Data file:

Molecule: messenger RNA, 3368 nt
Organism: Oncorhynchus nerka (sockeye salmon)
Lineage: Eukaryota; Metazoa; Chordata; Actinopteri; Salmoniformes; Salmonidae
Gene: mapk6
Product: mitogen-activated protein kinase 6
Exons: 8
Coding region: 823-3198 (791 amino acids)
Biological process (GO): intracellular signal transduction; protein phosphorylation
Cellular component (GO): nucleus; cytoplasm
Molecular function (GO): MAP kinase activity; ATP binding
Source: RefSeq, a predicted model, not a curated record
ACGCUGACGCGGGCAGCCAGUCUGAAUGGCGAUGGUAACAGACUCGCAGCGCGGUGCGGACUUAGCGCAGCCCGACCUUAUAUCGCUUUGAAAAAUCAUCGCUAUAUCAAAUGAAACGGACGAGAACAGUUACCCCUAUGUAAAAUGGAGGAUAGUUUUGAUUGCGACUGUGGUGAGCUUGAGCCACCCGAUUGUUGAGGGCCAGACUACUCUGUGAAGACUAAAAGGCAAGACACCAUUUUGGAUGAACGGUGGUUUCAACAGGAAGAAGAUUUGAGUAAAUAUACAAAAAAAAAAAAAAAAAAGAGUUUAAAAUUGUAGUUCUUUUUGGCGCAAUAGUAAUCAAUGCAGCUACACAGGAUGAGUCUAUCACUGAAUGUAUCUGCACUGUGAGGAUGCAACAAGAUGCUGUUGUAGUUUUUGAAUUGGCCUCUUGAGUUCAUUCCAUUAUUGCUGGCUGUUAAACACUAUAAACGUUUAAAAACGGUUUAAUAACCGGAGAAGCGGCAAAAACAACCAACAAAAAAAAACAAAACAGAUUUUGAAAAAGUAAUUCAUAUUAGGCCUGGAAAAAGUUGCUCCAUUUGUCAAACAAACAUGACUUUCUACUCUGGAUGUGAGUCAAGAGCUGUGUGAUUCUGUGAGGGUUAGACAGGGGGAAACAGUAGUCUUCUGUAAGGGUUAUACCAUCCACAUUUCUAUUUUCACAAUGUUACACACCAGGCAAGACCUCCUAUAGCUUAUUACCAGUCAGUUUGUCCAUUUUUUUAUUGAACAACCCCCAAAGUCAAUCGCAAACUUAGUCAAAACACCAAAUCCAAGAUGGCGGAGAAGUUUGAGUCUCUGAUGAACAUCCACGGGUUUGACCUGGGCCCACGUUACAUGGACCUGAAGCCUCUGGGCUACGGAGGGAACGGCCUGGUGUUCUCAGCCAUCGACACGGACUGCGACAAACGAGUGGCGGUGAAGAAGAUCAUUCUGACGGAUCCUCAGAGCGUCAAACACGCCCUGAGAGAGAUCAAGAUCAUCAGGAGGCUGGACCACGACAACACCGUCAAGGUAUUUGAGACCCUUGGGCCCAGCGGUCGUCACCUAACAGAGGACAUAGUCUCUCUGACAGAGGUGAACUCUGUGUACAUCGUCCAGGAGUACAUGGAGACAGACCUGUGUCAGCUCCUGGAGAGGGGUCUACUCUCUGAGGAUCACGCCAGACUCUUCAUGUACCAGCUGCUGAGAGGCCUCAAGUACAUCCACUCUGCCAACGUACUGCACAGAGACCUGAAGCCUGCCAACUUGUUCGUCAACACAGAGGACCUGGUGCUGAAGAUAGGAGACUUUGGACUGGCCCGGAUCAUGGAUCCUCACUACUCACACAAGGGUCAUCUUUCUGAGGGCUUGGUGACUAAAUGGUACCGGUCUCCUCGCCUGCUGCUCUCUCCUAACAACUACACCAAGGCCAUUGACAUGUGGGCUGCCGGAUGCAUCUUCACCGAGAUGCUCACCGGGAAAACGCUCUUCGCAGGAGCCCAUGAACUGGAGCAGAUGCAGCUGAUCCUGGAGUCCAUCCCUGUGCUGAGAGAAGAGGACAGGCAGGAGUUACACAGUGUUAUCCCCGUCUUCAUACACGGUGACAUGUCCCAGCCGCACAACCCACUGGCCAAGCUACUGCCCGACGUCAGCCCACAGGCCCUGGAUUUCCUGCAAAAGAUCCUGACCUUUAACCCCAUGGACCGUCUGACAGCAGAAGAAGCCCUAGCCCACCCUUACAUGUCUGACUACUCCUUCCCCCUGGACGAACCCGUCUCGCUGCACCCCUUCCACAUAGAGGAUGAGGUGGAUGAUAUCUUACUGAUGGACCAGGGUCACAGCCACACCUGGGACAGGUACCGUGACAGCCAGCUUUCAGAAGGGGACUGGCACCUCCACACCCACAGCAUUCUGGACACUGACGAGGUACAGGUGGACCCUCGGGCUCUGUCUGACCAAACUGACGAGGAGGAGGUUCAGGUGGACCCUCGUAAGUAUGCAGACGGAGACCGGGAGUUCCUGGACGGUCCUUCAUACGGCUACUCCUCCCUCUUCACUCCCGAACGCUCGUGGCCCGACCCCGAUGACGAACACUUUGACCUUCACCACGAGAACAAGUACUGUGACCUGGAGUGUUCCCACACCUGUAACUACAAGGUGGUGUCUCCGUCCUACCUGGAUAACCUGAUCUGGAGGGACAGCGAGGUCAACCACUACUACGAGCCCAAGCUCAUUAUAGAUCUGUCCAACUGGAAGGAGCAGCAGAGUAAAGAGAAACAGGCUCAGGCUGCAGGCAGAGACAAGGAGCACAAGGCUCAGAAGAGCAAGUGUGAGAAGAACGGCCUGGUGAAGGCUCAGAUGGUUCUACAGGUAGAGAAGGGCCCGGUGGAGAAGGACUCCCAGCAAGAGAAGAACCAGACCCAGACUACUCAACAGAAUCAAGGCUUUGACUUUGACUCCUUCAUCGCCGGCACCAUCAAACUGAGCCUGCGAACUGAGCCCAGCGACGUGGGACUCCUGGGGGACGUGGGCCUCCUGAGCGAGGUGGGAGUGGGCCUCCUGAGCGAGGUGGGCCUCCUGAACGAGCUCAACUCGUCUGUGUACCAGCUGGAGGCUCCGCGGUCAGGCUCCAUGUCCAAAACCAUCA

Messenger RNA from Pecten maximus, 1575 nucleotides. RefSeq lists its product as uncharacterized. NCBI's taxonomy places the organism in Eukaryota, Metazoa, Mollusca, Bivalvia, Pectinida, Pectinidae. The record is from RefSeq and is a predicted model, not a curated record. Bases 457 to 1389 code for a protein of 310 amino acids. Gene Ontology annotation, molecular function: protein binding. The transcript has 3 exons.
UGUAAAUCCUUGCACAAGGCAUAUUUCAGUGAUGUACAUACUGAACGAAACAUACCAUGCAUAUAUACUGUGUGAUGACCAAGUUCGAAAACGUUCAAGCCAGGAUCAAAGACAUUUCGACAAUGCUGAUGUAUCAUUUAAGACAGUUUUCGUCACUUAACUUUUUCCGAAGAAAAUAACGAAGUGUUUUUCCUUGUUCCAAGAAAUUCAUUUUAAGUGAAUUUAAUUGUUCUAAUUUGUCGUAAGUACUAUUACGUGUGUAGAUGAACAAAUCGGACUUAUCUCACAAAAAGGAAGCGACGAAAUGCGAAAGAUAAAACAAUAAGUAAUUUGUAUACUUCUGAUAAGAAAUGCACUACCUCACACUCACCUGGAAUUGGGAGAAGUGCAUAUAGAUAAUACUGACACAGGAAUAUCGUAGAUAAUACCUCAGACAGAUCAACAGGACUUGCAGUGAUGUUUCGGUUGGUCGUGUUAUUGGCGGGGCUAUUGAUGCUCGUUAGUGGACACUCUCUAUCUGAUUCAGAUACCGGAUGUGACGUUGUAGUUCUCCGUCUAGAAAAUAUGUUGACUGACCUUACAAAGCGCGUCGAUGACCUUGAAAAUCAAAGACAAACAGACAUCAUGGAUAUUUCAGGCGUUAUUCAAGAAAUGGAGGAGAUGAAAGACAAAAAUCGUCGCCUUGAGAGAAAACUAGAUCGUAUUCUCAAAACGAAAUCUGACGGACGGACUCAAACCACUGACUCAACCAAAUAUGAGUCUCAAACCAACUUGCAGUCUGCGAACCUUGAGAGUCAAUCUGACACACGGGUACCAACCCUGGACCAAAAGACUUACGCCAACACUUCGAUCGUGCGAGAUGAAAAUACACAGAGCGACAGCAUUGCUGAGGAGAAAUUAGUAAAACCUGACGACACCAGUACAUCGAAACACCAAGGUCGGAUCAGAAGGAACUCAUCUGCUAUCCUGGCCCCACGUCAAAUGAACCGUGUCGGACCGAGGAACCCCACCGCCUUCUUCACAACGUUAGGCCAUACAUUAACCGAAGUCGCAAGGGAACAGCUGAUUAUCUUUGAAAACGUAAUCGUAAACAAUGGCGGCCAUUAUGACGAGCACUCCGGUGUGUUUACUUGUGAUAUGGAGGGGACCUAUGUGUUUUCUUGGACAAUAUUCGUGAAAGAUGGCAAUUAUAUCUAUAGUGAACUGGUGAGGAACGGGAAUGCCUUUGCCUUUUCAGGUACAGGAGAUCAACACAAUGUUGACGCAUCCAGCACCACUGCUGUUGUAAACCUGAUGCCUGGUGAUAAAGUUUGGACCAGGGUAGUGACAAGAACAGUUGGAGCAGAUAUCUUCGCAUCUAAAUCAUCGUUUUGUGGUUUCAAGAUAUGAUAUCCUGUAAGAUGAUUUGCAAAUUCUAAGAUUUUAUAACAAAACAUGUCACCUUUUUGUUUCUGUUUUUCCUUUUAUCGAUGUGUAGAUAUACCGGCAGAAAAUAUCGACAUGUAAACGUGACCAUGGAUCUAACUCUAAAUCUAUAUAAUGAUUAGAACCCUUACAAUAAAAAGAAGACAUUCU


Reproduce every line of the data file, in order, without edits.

Molecule: messenger RNA, 3368 nt
Organism: Oncorhynchus nerka (sockeye salmon)
Lineage: Eukaryota; Metazoa; Chordata; Actinopteri; Salmoniformes; Salmonidae
Gene: mapk6
Product: mitogen-activated protein kinase 6
Exons: 8
Coding region: 823-3198 (791 amino acids)
Biological process (GO): intracellular signal transduction; protein phosphorylation
Cellular component (GO): nucleus; cytoplasm
Molecular function (GO): MAP kinase activity; ATP binding
Source: RefSeq, a predicted model, not a curated record
ACGCUGACGCGGGCAGCCAGUCUGAAUGGCGAUGGUAACAGACUCGCAGCGCGGUGCGGACUUAGCGCAGCCCGACCUUAUAUCGCUUUGAAAAAUCAUCGCUAUAUCAAAUGAAACGGACGAGAACAGUUACCCCUAUGUAAAAUGGAGGAUAGUUUUGAUUGCGACUGUGGUGAGCUUGAGCCACCCGAUUGUUGAGGGCCAGACUACUCUGUGAAGACUAAAAGGCAAGACACCAUUUUGGAUGAACGGUGGUUUCAACAGGAAGAAGAUUUGAGUAAAUAUACAAAAAAAAAAAAAAAAAAGAGUUUAAAAUUGUAGUUCUUUUUGGCGCAAUAGUAAUCAAUGCAGCUACACAGGAUGAGUCUAUCACUGAAUGUAUCUGCACUGUGAGGAUGCAACAAGAUGCUGUUGUAGUUUUUGAAUUGGCCUCUUGAGUUCAUUCCAUUAUUGCUGGCUGUUAAACACUAUAAACGUUUAAAAACGGUUUAAUAACCGGAGAAGCGGCAAAAACAACCAACAAAAAAAAACAAAACAGAUUUUGAAAAAGUAAUUCAUAUUAGGCCUGGAAAAAGUUGCUCCAUUUGUCAAACAAACAUGACUUUCUACUCUGGAUGUGAGUCAAGAGCUGUGUGAUUCUGUGAGGGUUAGACAGGGGGAAACAGUAGUCUUCUGUAAGGGUUAUACCAUCCACAUUUCUAUUUUCACAAUGUUACACACCAGGCAAGACCUCCUAUAGCUUAUUACCAGUCAGUUUGUCCAUUUUUUUAUUGAACAACCCCCAAAGUCAAUCGCAAACUUAGUCAAAACACCAAAUCCAAGAUGGCGGAGAAGUUUGAGUCUCUGAUGAACAUCCACGGGUUUGACCUGGGCCCACGUUACAUGGACCUGAAGCCUCUGGGCUACGGAGGGAACGGCCUGGUGUUCUCAGCCAUCGACACGGACUGCGACAAACGAGUGGCGGUGAAGAAGAUCAUUCUGACGGAUCCUCAGAGCGUCAAACACGCCCUGAGAGAGAUCAAGAUCAUCAGGAGGCUGGACCACGACAACACCGUCAAGGUAUUUGAGACCCUUGGGCCCAGCGGUCGUCACCUAACAGAGGACAUAGUCUCUCUGACAGAGGUGAACUCUGUGUACAUCGUCCAGGAGUACAUGGAGACAGACCUGUGUCAGCUCCUGGAGAGGGGUCUACUCUCUGAGGAUCACGCCAGACUCUUCAUGUACCAGCUGCUGAGAGGCCUCAAGUACAUCCACUCUGCCAACGUACUGCACAGAGACCUGAAGCCUGCCAACUUGUUCGUCAACACAGAGGACCUGGUGCUGAAGAUAGGAGACUUUGGACUGGCCCGGAUCAUGGAUCCUCACUACUCACACAAGGGUCAUCUUUCUGAGGGCUUGGUGACUAAAUGGUACCGGUCUCCUCGCCUGCUGCUCUCUCCUAACAACUACACCAAGGCCAUUGACAUGUGGGCUGCCGGAUGCAUCUUCACCGAGAUGCUCACCGGGAAAACGCUCUUCGCAGGAGCCCAUGAACUGGAGCAGAUGCAGCUGAUCCUGGAGUCCAUCCCUGUGCUGAGAGAAGAGGACAGGCAGGAGUUACACAGUGUUAUCCCCGUCUUCAUACACGGUGACAUGUCCCAGCCGCACAACCCACUGGCCAAGCUACUGCCCGACGUCAGCCCACAGGCCCUGGAUUUCCUGCAAAAGAUCCUGACCUUUAACCCCAUGGACCGUCUGACAGCAGAAGAAGCCCUAGCCCACCCUUACAUGUCUGACUACUCCUUCCCCCUGGACGAACCCGUCUCGCUGCACCCCUUCCACAUAGAGGAUGAGGUGGAUGAUAUCUUACUGAUGGACCAGGGUCACAGCCACACCUGGGACAGGUACCGUGACAGCCAGCUUUCAGAAGGGGACUGGCACCUCCACACCCACAGCAUUCUGGACACUGACGAGGUACAGGUGGACCCUCGGGCUCUGUCUGACCAAACUGACGAGGAGGAGGUUCAGGUGGACCCUCGUAAGUAUGCAGACGGAGACCGGGAGUUCCUGGACGGUCCUUCAUACGGCUACUCCUCCCUCUUCACUCCCGAACGCUCGUGGCCCGACCCCGAUGACGAACACUUUGACCUUCACCACGAGAACAAGUACUGUGACCUGGAGUGUUCCCACACCUGUAACUACAAGGUGGUGUCUCCGUCCUACCUGGAUAACCUGAUCUGGAGGGACAGCGAGGUCAACCACUACUACGAGCCCAAGCUCAUUAUAGAUCUGUCCAACUGGAAGGAGCAGCAGAGUAAAGAGAAACAGGCUCAGGCUGCAGGCAGAGACAAGGAGCACAAGGCUCAGAAGAGCAAGUGUGAGAAGAACGGCCUGGUGAAGGCUCAGAUGGUUCUACAGGUAGAGAAGGGCCCGGUGGAGAAGGACUCCCAGCAAGAGAAGAACCAGACCCAGACUACUCAACAGAAUCAAGGCUUUGACUUUGACUCCUUCAUCGCCGGCACCAUCAAACUGAGCCUGCGAACUGAGCCCAGCGACGUGGGACUCCUGGGGGACGUGGGCCUCCUGAGCGAGGUGGGAGUGGGCCUCCUGAGCGAGGUGGGCCUCCUGAACGAGCUCAACUCGUCUGUGUACCAGCUGGAGGCUCCGCGGUCAGGCUCCAUGUCCAAAACCAUCA

Messenger RNA from Pecten maximus, 1575 nucleotides. RefSeq lists its product as uncharacterized. NCBI's taxonomy places the organism in Eukaryota, Metazoa, Mollusca, Bivalvia, Pectinida, Pectinidae. The record is from RefSeq and is a predicted model, not a curated record. Bases 457 to 1389 code for a protein of 310 amino acids. Gene Ontology annotation, molecular function: protein binding. The transcript has 3 exons.
UGUAAAUCCUUGCACAAGGCAUAUUUCAGUGAUGUACAUACUGAACGAAACAUACCAUGCAUAUAUACUGUGUGAUGACCAAGUUCGAAAACGUUCAAGCCAGGAUCAAAGACAUUUCGACAAUGCUGAUGUAUCAUUUAAGACAGUUUUCGUCACUUAACUUUUUCCGAAGAAAAUAACGAAGUGUUUUUCCUUGUUCCAAGAAAUUCAUUUUAAGUGAAUUUAAUUGUUCUAAUUUGUCGUAAGUACUAUUACGUGUGUAGAUGAACAAAUCGGACUUAUCUCACAAAAAGGAAGCGACGAAAUGCGAAAGAUAAAACAAUAAGUAAUUUGUAUACUUCUGAUAAGAAAUGCACUACCUCACACUCACCUGGAAUUGGGAGAAGUGCAUAUAGAUAAUACUGACACAGGAAUAUCGUAGAUAAUACCUCAGACAGAUCAACAGGACUUGCAGUGAUGUUUCGGUUGGUCGUGUUAUUGGCGGGGCUAUUGAUGCUCGUUAGUGGACACUCUCUAUCUGAUUCAGAUACCGGAUGUGACGUUGUAGUUCUCCGUCUAGAAAAUAUGUUGACUGACCUUACAAAGCGCGUCGAUGACCUUGAAAAUCAAAGACAAACAGACAUCAUGGAUAUUUCAGGCGUUAUUCAAGAAAUGGAGGAGAUGAAAGACAAAAAUCGUCGCCUUGAGAGAAAACUAGAUCGUAUUCUCAAAACGAAAUCUGACGGACGGACUCAAACCACUGACUCAACCAAAUAUGAGUCUCAAACCAACUUGCAGUCUGCGAACCUUGAGAGUCAAUCUGACACACGGGUACCAACCCUGGACCAAAAGACUUACGCCAACACUUCGAUCGUGCGAGAUGAAAAUACACAGAGCGACAGCAUUGCUGAGGAGAAAUUAGUAAAACCUGACGACACCAGUACAUCGAAACACCAAGGUCGGAUCAGAAGGAACUCAUCUGCUAUCCUGGCCCCACGUCAAAUGAACCGUGUCGGACCGAGGAACCCCACCGCCUUCUUCACAACGUUAGGCCAUACAUUAACCGAAGUCGCAAGGGAACAGCUGAUUAUCUUUGAAAACGUAAUCGUAAACAAUGGCGGCCAUUAUGACGAGCACUCCGGUGUGUUUACUUGUGAUAUGGAGGGGACCUAUGUGUUUUCUUGGACAAUAUUCGUGAAAGAUGGCAAUUAUAUCUAUAGUGAACUGGUGAGGAACGGGAAUGCCUUUGCCUUUUCAGGUACAGGAGAUCAACACAAUGUUGACGCAUCCAGCACCACUGCUGUUGUAAACCUGAUGCCUGGUGAUAAAGUUUGGACCAGGGUAGUGACAAGAACAGUUGGAGCAGAUAUCUUCGCAUCUAAAUCAUCGUUUUGUGGUUUCAAGAUAUGAUAUCCUGUAAGAUGAUUUGCAAAUUCUAAGAUUUUAUAACAAAACAUGUCACCUUUUUGUUUCUGUUUUUCCUUUUAUCGAUGUGUAGAUAUACCGGCAGAAAAUAUCGACAUGUAAACGUGACCAUGGAUCUAACUCUAAAUCUAUAUAAUGAUUAGAACCCUUACAAUAAAAAGAAGACAUUCU